Embarking on a job search is often an exciting, and yet exhausting process. Beginning a new role, especially one that matches your professional and personal goals, reminds you of why you started a career in nursing and can restart your passion for what you do.
But a job search takes a lot of work, so some preparation before you begin will save you time and will help you find a good match for your skills and your own needs (a higher salary, a shorter commute, a new location).
Minority Nurse recently caught up with Anne Jessie, DNP, RN, and president-elect of the American Academy of Ambulatory Care Nursing (AAACN), for some tips for nurses who are thinking of making the big move and starting a job search.
Q: Should nurses do any kind of self-evaluation or career evaluation before they begin a job search?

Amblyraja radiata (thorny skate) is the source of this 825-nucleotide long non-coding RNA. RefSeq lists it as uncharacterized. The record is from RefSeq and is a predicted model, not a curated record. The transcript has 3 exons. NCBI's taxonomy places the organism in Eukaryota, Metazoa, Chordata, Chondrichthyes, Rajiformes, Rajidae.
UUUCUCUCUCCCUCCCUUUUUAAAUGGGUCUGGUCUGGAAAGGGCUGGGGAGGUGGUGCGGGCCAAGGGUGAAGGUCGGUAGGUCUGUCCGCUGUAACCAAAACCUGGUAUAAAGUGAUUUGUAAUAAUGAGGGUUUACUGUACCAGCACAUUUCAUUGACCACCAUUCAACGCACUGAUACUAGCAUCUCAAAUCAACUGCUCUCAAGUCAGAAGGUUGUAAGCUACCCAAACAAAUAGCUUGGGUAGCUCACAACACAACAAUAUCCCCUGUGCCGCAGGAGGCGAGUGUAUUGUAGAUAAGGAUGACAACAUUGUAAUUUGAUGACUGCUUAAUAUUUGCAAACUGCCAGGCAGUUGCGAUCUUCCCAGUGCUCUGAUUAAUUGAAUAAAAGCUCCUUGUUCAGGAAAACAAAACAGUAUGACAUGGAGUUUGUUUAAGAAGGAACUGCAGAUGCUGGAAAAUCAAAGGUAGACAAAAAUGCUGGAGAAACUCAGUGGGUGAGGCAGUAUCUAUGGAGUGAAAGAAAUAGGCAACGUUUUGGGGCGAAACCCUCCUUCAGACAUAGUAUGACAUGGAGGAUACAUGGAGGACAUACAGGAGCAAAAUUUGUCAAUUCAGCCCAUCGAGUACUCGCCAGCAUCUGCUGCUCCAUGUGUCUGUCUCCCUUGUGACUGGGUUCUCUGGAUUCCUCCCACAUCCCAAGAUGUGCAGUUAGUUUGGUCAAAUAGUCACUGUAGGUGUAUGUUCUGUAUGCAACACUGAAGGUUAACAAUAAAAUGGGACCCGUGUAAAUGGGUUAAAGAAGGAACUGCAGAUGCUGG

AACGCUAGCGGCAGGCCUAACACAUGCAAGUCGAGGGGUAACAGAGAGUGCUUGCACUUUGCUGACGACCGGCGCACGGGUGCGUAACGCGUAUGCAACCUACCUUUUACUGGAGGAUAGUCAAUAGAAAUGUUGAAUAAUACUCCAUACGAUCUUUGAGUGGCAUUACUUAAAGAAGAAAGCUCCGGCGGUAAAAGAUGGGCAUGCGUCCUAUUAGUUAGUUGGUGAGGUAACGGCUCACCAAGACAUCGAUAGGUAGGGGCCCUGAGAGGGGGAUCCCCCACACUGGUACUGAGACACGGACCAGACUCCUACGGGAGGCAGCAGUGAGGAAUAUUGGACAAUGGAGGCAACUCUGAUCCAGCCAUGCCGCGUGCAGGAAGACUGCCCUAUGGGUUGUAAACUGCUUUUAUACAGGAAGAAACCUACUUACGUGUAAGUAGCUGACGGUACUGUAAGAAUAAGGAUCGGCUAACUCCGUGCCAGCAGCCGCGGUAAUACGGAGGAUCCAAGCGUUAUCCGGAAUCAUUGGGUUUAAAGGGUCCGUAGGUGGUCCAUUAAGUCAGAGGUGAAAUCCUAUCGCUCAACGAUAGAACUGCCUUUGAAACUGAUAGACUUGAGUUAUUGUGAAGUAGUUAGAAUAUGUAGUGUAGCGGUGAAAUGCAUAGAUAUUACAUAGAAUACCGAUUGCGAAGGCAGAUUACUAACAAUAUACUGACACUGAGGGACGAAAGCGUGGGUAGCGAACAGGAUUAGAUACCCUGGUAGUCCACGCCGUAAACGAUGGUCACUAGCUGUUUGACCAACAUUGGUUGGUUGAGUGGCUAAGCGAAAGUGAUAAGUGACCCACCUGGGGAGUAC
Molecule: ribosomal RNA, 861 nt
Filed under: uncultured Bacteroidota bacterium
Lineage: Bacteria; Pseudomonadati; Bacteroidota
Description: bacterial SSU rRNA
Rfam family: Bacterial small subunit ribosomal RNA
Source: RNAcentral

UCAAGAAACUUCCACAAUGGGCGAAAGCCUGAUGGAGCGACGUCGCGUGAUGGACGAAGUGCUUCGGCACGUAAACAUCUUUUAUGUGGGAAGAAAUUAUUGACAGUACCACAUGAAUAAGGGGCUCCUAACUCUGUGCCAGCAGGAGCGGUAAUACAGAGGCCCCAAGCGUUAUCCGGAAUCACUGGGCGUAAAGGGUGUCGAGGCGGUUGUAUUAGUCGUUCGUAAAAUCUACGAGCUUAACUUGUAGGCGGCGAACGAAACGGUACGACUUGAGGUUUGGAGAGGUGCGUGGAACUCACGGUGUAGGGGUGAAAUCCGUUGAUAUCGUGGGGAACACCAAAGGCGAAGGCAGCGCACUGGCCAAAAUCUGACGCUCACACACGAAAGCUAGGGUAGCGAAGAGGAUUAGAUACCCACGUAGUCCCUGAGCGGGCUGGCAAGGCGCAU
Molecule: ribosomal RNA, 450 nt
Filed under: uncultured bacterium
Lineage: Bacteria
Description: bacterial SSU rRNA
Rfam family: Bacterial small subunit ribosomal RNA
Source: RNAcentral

A: Yes. Self-reflection is always helpful. It is important to spend time thinking about why you think a job change may be needed or desired. Are you stuck in a place without opportunity? Is the company you currently work for unstable? Is there an unanticipated career opportunity that is too good to pass up? Once you determine your motivation for doing a job search, ranking the following areas in order of importance can be helpful in narrowing your search.
- Company culture
- New level of responsibility
- Opportunity for growth within the new company or new job role
- Pay and benefits
- Company stability
Q: What is the best way to get organized and think about a job search?
A: Ask yourself what you have enjoyed doing most throughout your career, what you’d prefer never to do again, and what areas of career growth opportunities you may have identified. This self-exploration should help you to picture your ideal role more clearly.